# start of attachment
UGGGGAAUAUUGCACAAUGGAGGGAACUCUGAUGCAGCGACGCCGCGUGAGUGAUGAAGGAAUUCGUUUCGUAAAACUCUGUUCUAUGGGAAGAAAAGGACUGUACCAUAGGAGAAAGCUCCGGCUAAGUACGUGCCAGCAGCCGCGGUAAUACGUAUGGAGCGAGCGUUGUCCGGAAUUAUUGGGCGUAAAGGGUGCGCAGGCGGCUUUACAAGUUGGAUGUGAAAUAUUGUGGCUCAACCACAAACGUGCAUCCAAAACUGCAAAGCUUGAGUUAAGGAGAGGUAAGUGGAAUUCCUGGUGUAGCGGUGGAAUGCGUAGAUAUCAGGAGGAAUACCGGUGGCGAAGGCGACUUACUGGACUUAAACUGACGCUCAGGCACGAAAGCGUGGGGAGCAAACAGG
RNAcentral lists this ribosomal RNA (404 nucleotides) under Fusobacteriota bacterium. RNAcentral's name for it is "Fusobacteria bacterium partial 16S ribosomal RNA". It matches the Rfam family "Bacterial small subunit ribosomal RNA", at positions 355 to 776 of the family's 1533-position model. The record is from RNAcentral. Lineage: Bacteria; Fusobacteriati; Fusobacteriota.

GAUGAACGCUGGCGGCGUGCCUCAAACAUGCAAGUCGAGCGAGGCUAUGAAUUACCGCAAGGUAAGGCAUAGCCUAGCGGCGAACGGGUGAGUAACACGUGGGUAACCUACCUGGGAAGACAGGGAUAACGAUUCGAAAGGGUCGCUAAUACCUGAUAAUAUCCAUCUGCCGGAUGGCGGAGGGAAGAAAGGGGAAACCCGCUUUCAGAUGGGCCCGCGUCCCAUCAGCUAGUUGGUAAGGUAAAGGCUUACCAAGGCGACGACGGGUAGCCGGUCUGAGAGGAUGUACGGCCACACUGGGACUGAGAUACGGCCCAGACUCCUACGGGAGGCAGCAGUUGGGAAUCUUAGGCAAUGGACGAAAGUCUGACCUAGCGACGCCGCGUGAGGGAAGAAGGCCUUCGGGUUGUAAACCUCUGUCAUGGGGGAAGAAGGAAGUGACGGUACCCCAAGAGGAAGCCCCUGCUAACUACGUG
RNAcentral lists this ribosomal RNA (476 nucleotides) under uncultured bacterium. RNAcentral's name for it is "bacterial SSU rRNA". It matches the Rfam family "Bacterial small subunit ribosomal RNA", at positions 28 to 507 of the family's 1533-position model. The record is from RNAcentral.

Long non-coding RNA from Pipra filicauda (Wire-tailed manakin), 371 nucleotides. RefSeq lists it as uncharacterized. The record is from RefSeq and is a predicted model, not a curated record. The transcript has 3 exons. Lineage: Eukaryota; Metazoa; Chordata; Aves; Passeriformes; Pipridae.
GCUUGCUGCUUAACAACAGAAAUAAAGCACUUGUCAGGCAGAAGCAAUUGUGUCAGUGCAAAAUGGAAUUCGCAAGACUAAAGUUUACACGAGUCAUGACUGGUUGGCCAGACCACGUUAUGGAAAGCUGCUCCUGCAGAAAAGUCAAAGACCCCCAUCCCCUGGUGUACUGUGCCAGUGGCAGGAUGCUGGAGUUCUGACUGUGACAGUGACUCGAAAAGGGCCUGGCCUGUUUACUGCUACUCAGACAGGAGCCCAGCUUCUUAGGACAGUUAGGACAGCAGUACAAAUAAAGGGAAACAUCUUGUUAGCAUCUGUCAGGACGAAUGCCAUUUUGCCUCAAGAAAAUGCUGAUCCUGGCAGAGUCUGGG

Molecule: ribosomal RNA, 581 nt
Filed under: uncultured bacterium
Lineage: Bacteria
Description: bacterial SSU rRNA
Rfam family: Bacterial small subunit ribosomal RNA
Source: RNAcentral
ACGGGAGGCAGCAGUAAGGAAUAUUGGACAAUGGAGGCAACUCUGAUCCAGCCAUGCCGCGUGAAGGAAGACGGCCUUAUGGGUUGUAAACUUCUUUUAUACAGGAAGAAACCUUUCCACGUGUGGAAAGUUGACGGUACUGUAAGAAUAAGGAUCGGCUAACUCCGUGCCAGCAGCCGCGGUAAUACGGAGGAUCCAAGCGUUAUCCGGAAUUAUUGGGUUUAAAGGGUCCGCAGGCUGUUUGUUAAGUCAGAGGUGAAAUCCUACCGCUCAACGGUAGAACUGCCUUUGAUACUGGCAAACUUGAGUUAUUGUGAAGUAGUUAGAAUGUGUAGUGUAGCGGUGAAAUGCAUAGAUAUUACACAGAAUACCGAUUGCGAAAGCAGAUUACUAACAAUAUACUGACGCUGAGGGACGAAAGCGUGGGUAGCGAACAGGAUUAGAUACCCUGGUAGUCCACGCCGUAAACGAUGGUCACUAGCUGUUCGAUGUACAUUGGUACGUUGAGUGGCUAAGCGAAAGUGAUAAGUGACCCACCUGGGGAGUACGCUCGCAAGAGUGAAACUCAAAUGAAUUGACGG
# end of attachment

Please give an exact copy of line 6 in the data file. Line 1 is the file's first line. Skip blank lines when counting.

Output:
GCUUGCUGCUUAACAACAGAAAUAAAGCACUUGUCAGGCAGAAGCAAUUGUGUCAGUGCAAAAUGGAAUUCGCAAGACUAAAGUUUACACGAGUCAUGACUGGUUGGCCAGACCACGUUAUGGAAAGCUGCUCCUGCAGAAAAGUCAAAGACCCCCAUCCCCUGGUGUACUGUGCCAGUGGCAGGAUGCUGGAGUUCUGACUGUGACAGUGACUCGAAAAGGGCCUGGCCUGUUUACUGCUACUCAGACAGGAGCCCAGCUUCUUAGGACAGUUAGGACAGCAGUACAAAUAAAGGGAAACAUCUUGUUAGCAUCUGUCAGGACGAAUGCCAUUUUGCCUCAAGAAAAUGCUGAUCCUGGCAGAGUCUGGG